Any claim that a particular issue is “the only thing that matters” involves doing nothing about other issues. As such, however radical the people who make such a claim, they tend in effect to be people upholding the status quo. The left needs to resist any party that offers no challenge to the injustices of capitalism – whatever their position on Brexit.

Brexit: Your guess is as good as mine

There are lots of newspaper articles about “what will happen next” with regards to Brexit, mostly written by people whose previous predictions have already turned out to be wrong.

So, on the basis that my guess is as likely to be right as anyone else’s, here’s my prediction of the next stages of the Brexit process. As you can see, each stage is worse than the last.

1. UK government asks EU to extend Article 50.

2. EU refuses to extend Article 50.

3. Parliament again votes against No-Deal, despite having no deal to prevent No-Deal.

4. No-Deal Brexit.

5. Closure of the Irish border.

6. Food shortages.

7. Medicine shortages.

8. Troops on the street.

9. Daily Mail celebrates our new-found freedom.

10. A plague of locusts.

11. The Thames turns to blood.

12. Opening of the Seven Seals.

13. Unleashing of the Four Horsemen.

14. War, plague, famine and death.

15. Appointment of Boris Johnson as Prime Minister.

On this day in 1661: Religion, rebellion and repression

On this day in 1661, a group of religous and political radicals occupied St Paul’s Cathedral and proclaimed the overthrow of Charles II’s government and the imminent reign of King Jesus. The radicals were known as the Fifth Monarchists.

They took their name from a prophecy in the Book of Daniel suggesting that the four major monarchies of the world would be succeeded by a fifth monarchy, which in the seventeenth century was interpreted as meaning the Kingdom of Jesus.

The group had been more active around a decade earlier, when the overthrow of Charles I encouraged them to believe that more radical political and economic change was possible. They combined passionately apocalyptic language with a commitment to equality and economic justice. Many, perhaps most, of their active members were women.

With Charles II on the throne from 1660, radicals generally were disheartened. Charles II had the most prominent Fifth Monarchist, Thomas Harrison, hung, drawn and quartered as a signatory to Charles I’s death warrant. But the Fifth Monarchists weren’t giving up, and on 6 January 1661, Thomas Venner led a final attempt to overthrow earthly monarchy and bring in the reign of Jesus.

It took the authorities several days to suppress the rising, despite the relatively small numbers involved. The Fifth Monarchists resisted violently, although most of the violence seems to have been carried out against the radicals by the state’s troops . The leaders, including Venner, were hanged for high treason. Over 4,000 other radicals were rounded up and imprisoned without due process. Most of these were Quakers, but they also included Fifth Monarchists and Baptists.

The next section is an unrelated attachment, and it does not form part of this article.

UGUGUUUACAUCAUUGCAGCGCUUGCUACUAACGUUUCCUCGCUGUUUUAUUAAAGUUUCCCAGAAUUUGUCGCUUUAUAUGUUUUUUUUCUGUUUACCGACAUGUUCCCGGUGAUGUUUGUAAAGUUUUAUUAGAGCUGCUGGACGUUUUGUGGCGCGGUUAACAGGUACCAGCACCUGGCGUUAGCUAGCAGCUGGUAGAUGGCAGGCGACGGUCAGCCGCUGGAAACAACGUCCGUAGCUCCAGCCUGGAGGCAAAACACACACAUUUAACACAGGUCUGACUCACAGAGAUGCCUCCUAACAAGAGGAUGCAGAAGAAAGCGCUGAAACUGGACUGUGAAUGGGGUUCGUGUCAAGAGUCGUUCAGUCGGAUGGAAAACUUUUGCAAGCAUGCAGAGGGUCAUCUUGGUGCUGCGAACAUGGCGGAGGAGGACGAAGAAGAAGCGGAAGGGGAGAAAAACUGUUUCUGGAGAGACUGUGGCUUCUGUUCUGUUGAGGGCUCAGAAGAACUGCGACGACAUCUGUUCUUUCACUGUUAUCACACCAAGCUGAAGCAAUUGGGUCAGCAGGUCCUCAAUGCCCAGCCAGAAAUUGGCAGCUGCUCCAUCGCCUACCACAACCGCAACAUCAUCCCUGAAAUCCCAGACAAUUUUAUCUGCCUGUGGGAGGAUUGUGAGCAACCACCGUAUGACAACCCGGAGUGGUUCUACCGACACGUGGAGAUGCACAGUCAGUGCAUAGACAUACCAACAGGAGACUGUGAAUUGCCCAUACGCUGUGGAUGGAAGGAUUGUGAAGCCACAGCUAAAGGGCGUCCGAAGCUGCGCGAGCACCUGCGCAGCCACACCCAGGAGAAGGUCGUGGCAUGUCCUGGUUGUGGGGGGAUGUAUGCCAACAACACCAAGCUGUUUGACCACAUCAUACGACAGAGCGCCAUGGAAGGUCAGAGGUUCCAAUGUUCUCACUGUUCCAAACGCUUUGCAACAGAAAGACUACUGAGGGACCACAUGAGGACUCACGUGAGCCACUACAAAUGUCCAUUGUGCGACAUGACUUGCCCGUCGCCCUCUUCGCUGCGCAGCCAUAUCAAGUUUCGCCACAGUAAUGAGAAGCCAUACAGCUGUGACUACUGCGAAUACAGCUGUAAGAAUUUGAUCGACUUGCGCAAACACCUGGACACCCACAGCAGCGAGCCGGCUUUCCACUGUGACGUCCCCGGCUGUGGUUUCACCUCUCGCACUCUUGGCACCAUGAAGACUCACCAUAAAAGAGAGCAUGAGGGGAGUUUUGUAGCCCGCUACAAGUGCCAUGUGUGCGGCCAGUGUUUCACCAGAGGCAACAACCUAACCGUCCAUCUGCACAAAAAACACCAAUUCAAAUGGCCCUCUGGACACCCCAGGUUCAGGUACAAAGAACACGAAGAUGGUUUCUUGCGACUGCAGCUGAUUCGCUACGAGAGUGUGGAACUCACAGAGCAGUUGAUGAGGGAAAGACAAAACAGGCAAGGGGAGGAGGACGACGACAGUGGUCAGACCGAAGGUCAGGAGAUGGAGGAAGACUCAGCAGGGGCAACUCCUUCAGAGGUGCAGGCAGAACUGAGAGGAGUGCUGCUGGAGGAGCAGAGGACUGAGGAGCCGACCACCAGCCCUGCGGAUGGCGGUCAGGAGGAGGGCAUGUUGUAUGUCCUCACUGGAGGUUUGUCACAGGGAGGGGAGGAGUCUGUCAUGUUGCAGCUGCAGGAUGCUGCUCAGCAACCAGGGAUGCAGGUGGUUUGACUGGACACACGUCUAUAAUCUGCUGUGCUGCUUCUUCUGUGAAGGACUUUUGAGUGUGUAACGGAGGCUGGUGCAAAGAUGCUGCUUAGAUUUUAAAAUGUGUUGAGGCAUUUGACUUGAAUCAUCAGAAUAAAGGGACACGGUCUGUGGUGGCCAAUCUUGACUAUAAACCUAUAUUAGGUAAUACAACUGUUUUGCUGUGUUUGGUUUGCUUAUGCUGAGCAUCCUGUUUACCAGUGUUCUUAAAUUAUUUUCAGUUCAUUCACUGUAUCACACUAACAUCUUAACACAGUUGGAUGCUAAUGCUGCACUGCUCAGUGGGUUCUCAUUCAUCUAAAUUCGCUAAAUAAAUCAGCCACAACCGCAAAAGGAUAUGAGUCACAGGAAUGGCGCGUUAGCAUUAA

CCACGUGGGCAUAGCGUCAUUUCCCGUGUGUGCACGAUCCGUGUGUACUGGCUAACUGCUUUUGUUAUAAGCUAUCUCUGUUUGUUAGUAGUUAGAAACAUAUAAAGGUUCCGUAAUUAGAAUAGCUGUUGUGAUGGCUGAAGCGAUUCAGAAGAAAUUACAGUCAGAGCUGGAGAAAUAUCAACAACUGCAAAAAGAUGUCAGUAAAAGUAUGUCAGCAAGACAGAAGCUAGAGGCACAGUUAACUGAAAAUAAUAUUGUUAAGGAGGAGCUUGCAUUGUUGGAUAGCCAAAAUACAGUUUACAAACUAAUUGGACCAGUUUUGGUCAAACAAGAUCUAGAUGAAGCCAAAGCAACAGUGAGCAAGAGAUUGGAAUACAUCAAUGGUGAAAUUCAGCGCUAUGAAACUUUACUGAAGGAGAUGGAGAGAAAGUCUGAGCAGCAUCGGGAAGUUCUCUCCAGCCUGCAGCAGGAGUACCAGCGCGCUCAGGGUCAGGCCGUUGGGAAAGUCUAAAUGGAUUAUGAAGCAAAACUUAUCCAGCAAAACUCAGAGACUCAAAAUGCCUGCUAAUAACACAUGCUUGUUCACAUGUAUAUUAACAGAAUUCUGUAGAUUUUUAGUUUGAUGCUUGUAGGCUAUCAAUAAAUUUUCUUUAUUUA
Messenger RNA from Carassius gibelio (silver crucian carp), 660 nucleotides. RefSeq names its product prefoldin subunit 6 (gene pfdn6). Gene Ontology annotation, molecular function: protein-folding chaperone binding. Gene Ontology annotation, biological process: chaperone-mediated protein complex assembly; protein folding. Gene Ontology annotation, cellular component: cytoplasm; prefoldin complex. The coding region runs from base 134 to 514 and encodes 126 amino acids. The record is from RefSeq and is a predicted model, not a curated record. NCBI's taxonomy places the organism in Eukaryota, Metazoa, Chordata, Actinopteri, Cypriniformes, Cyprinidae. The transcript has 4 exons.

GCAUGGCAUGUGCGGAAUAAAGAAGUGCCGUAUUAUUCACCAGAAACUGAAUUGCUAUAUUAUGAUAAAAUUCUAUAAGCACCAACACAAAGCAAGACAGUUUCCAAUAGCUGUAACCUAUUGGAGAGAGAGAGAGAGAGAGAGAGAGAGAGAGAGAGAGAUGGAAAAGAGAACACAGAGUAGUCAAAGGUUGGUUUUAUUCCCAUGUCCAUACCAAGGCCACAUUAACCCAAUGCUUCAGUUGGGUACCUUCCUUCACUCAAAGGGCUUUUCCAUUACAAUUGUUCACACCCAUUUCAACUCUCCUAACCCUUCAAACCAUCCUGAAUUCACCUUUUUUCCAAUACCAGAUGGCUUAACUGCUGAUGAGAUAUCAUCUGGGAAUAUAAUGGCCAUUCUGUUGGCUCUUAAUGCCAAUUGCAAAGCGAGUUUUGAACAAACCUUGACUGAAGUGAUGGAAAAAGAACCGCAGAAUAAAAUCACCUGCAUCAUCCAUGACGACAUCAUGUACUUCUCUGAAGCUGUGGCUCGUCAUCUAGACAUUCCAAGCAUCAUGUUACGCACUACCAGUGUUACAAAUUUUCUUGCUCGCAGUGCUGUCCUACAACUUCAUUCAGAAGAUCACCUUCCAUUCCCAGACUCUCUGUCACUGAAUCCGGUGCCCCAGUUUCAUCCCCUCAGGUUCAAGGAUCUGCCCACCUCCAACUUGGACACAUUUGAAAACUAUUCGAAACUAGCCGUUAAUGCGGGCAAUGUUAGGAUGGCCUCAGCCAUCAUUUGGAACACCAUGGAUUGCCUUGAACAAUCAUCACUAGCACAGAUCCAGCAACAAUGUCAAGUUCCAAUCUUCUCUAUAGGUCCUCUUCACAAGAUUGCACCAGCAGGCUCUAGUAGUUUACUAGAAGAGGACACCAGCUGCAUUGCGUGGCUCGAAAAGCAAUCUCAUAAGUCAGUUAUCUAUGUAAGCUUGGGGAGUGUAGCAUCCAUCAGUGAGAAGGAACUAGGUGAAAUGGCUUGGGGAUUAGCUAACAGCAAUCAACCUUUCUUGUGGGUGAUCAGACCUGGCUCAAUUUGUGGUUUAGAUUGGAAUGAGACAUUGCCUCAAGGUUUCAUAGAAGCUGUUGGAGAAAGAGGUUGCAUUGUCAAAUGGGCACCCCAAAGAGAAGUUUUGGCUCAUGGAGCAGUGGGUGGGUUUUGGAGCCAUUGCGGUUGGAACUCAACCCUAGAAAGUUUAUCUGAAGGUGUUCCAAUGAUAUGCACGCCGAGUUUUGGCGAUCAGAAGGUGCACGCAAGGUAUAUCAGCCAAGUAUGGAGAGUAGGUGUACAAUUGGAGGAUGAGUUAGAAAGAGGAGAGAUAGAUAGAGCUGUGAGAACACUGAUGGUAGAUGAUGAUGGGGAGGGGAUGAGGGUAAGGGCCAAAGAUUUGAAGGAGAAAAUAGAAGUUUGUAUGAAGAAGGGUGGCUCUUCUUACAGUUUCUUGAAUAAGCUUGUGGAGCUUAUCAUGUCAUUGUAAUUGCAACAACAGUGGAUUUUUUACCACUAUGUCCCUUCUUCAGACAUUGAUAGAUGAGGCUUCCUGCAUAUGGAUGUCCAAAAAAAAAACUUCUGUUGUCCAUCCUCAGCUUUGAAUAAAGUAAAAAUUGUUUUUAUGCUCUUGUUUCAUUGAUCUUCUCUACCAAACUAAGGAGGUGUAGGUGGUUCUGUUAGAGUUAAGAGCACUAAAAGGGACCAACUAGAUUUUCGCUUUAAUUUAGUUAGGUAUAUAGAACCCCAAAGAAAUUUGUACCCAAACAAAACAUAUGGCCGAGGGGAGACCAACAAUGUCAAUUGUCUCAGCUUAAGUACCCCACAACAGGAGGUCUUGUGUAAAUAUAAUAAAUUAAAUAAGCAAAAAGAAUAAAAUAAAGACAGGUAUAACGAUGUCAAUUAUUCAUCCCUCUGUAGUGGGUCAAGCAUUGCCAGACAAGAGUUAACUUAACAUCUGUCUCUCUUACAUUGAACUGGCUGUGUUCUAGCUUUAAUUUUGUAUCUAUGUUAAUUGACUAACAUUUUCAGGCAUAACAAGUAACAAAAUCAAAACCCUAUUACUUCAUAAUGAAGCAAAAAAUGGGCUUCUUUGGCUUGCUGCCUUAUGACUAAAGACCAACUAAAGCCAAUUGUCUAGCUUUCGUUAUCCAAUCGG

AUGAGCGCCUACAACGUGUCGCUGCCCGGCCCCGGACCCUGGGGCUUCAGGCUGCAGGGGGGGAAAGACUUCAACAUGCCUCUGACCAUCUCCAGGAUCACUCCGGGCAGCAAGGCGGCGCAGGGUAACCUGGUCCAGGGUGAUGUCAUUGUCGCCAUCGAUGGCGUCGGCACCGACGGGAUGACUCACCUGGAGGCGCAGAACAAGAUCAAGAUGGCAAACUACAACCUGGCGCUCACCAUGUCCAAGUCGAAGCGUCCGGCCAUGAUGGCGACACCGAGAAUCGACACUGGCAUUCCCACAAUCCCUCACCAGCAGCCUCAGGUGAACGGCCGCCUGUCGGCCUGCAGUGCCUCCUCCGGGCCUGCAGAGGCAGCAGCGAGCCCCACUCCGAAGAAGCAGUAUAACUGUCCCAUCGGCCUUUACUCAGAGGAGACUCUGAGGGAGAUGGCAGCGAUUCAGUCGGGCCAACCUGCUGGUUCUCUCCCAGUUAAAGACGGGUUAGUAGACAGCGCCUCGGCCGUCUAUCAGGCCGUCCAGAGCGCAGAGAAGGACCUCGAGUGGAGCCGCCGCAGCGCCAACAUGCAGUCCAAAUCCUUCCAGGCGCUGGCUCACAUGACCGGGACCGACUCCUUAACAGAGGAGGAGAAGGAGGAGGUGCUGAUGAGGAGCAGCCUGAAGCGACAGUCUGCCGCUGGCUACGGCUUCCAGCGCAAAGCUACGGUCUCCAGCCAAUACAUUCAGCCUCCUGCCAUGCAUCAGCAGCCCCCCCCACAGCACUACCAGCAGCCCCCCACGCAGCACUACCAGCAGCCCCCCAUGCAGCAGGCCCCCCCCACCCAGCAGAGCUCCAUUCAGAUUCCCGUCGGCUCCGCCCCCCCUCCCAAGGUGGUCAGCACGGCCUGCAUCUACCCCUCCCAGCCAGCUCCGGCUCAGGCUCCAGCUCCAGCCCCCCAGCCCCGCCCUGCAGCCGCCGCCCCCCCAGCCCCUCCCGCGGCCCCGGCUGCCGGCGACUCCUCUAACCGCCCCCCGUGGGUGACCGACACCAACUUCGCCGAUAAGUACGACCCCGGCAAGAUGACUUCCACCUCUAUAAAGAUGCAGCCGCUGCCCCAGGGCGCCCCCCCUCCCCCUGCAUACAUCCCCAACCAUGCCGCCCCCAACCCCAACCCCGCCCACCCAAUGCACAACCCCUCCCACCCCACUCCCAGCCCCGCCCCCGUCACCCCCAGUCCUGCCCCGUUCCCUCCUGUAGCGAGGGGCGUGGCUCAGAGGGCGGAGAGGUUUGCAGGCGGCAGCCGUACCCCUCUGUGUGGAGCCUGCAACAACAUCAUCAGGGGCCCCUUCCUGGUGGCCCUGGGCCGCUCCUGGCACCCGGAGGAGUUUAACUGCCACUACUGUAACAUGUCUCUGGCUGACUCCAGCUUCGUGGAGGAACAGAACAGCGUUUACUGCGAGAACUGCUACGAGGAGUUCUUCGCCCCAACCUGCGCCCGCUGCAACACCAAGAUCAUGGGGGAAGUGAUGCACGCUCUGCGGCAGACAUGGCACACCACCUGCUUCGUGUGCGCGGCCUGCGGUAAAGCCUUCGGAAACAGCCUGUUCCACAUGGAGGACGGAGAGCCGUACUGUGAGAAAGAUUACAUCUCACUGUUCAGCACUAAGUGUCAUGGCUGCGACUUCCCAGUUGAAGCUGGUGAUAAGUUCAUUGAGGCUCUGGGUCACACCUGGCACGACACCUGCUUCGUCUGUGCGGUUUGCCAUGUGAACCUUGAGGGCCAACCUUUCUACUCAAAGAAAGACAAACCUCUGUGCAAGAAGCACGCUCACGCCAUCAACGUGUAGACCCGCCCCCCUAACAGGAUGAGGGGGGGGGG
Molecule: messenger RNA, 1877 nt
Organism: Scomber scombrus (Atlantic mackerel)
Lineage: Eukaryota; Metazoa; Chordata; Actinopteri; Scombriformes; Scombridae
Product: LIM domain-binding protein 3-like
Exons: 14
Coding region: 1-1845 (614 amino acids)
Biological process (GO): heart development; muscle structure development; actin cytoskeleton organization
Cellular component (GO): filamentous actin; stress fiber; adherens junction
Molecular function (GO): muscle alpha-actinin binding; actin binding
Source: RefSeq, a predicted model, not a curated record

The Venner Rising, as it tends to be called, is generally seen as a footnote to the tumultuous history of mid-seventeenth century England. In Antonia Fraser’s biography of Charles II, for example, it takes up only half a sentence. But the rising led to other events of great importance, and probably of greater historical significance than the rising itself.

Firstly, in the wake of the rising there was a crackdown on religious and political dissent. This was a straightforward betrayal of Charles II’s promise the year before that he would respect religious liberty. This promise had been part of the agreement under which he had been invited to take the throne. Now it was abandoned. Over the next few years, a string of laws was passed aimed at the persecution of dissenters.

Secondly, the Quakers responded to the incident by denouncing violent rebellion and producing the first formal statement of Quaker pacifism. This is sometimes seen as an attempt to assure the king that they were not a threat to him. However, the statement was not as straightforward as this. While rejecting violence, it also seemed to reject serviility to earthly kings. After delcaring that they would not fight “with outward weapons” for either “the kingdom of Christ or the kingdoms of this world”, the Quakers went on to say, “As for the kingdoms of this world, we cannot covet them, much less fight for them…”.

There’s a final point of interesting historical confuson about all this. The Quakers’ pacifist declaration is frequently misdated to 1660 rather than 1661. This is because at the time the year was considered to begin on 25th March, not 1st January. Thus what we would call 6th January 1661 was viewed as being 6th January 1660. The date 1660 therefore appears on the Quakers’ statement. A number of reputable books, including many written by Quakers, mistakenly attribute the declaration to 1660. By modern reckoning, however, this is impossible: it followed an incident that took place on what we call 6th January 1661.